Paper And Print or Be Damned

I came across this report yesterday on PrintWeek.com highlighting the fact that major paper manufacturers have continued to announce price increases during the first two months of 2010 due to general increases in energy, freight and the cost of raw pulp rising almost a third in the past twelve months. Combine this with a paper market suffering from reduced demand and overcapacity and you end up with the economic inevitability of a rise in print costs.
The US and European print industries continue to face stiff competition from low-cost printers in the Far East and in an effort to sustain business they have tried to absorb rising and fluctuating costs even though their own print customers are still in a fixed mindset of cost reductions. The publishing industry is fighting its own battles with production and marketing costs, bookseller discounts, and a changing industry grappling clumsily with digitization. While e-books remain in their infancy and represent a tiny fraction of the book sales market, the greater and longer term decline of the paper manufacturing and print industries may not just be consumers moving online to source news and information. The decline may also be accelerated by the arrival of multi-use download devices like the Apple iPad and its cousin, the iPhone.
So what does a potential rise in print costs mean for self-publishing authors and publishers?
At the moment, the brunt of any on-coming storm will clearly be felt by publishers directly. Their bread and butter remain for the foreseeable future in the sale of paper books using lithographic print runs. I just don’t see a wholesale switch to digital print on demand so long as book sales are driven by brick and mortar stores. The economics, viability and green ethos of print on demand won’t stand up to the echoing footfalls of the browsing book consumer. Print on demand just doesn’t do inventory and shelf to shelf displays. I can see a legitimate and worthy use for the Espresso Book Machine in every bookstore. Imagine a bookstore where the shelves are only filled with say the top 50 or 100 titles and everything else is browsed through using online terminals in the bookstore. You make your way to the sales counter while your choice of book is sent to the print job queue of the EBM. In theory, you could also do this from home and then collect or have your book sent to you by mail. The speed of the current EBM would still have to be dramatically improved, certainly to a minute or under.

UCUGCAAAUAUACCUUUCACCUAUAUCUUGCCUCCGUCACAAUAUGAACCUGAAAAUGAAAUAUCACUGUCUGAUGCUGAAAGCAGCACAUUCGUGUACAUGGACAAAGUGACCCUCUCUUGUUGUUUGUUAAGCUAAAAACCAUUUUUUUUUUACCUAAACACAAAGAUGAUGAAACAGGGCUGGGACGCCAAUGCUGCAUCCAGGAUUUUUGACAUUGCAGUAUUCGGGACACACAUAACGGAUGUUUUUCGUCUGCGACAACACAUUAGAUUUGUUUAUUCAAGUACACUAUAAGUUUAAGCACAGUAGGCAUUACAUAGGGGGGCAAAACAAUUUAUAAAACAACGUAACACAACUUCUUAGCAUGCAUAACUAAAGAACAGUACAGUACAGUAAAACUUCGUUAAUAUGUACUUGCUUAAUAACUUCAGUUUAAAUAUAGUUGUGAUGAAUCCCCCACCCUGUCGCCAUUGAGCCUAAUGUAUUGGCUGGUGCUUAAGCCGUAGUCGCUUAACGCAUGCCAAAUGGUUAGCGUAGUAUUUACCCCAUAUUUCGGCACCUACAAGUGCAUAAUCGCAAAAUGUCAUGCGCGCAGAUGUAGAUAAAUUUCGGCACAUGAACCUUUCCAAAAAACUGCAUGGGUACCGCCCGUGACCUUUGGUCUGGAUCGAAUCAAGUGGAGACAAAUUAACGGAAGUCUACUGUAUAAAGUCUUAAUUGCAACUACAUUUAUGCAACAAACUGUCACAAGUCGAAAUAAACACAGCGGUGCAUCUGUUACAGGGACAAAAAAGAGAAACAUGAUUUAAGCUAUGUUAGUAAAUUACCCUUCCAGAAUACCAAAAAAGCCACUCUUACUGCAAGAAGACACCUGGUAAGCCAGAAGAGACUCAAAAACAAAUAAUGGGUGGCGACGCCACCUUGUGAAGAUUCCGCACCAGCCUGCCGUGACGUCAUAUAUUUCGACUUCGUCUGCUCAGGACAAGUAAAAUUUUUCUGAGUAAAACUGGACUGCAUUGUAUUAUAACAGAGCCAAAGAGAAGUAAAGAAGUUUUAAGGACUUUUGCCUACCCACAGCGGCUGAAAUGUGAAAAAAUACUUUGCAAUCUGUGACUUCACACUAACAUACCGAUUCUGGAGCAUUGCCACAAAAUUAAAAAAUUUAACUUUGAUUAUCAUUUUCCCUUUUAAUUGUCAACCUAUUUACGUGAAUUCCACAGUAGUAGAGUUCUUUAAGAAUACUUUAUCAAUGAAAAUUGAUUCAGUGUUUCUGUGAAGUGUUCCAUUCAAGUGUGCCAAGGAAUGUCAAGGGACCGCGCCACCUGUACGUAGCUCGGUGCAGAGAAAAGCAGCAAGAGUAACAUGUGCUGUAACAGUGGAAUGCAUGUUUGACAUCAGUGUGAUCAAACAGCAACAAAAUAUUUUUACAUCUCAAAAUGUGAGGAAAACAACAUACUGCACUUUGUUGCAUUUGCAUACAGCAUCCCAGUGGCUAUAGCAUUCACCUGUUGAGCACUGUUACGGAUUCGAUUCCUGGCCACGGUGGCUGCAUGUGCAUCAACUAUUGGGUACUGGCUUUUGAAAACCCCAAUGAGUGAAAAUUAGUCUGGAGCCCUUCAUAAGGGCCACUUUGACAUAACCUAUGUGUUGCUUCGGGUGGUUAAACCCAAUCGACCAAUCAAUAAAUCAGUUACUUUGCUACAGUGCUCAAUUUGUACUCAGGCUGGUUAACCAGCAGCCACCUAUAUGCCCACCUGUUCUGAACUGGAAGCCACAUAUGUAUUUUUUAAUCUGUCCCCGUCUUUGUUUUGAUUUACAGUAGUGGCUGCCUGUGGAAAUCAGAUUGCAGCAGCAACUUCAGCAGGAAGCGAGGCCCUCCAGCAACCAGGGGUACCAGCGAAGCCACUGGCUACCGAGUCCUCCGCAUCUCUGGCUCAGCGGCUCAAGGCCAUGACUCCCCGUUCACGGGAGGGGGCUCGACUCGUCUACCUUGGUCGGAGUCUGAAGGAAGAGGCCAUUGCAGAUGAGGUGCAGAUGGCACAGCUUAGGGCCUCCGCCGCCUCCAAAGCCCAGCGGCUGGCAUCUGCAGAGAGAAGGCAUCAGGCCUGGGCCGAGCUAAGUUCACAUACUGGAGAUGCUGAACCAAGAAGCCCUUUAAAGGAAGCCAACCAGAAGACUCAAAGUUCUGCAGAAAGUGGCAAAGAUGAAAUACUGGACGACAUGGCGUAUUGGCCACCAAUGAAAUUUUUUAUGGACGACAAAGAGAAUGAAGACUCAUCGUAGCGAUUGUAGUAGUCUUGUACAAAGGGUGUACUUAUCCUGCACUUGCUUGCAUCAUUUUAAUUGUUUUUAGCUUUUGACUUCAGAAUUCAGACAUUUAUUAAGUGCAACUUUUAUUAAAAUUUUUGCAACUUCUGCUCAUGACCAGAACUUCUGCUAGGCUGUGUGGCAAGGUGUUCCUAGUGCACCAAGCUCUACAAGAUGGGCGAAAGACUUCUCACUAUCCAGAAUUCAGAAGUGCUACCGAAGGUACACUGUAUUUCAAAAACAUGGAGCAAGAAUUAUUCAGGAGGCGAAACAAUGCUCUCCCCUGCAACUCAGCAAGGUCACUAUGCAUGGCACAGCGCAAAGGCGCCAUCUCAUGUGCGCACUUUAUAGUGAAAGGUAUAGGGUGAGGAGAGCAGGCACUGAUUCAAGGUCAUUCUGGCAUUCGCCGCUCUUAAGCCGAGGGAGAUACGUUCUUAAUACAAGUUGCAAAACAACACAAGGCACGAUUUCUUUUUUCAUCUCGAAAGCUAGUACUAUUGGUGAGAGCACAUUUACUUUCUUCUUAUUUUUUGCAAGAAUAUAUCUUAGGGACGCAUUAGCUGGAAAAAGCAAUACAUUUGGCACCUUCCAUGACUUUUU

At the moment, this kind of development for consumer, bookseller and publisher is more of a stop-gap or half-way-house to the day when e-books hold upwards of a 50% market stake. Ultimately, bookstores will have to become more than a physical place to sell books. Whether that means bookstores merging with libraries and internet cafes and diversifying into other comparable products, all remains to be seen. We might also consider the potential explosion in second-hand bookstores if the e-book sales grown even quicker than expected. Paper and print products may sadly become very expensive and occasional gift products.
For self-publishing authors, the dilemmas are a little more straight forward—print or e-book, or both? Go it alone or use an author solutions service? Right now, I don’t think I have ever experienced a time when POD publishing service prices are falling as they are now. More authors are moving towards services like Lulu and CreateSpace, or going directly to Lightning Source. This is leading to the powerhouses of solutions services owned by ASI (AuthorHouse, Xlibris, Trafford and iUniverse), as well as Xulon to engage in heavy discounting on their publishing packages over the past two or three months, mainly on their mid and top-end packages. It just goes to show you how much ‘leeway’ and profit was built into those expensive packages, combined with the fact that authors are becoming far more savvy about self-publishing and what a good deal really is.
March has been a traditional month when publishing services review and often increase their prices. The current discount trend doesn’t suggest we are going to see that this year, certainly not in the first half of the year. In light of our initial foray into the rising costs in paper manufacturing and the print industry, I would suggest self-publishing authors keep their eyes firmly peeled on the cost of books sold to them by their solutions service. Many of them use Lightning Source, and, as of yet, to their credit, the printer and fulfilment solutions giant has held firm on prices. Whatever pressures—if any—they may be experiencing, they have chosen to absorb rather than pass them on. This from their UK site:
Pricing
Consider this example of a 200-pg. paperback submitted digitally:
£12.99
Publisher sets Retail Price
35
%
Publisher sets Retail Discount
£8.44
Wholesale Price
£2.70
Less Print Cost



£5.74
Publisher earnings for each book sold

I often repeat the general example of the figures above ($3.90 in USA for print cost) because some author solutions services like to build and conceal hidden profit margins into the print figure. Be wary of services who claim their print costs for a 200 page book (approx) are much more than the above example, and be even more wary if they will not disclose what the cost is at all.

For now, in the print and author solutions world, it’s as you were, but keep those eyes on the bottom dollar.
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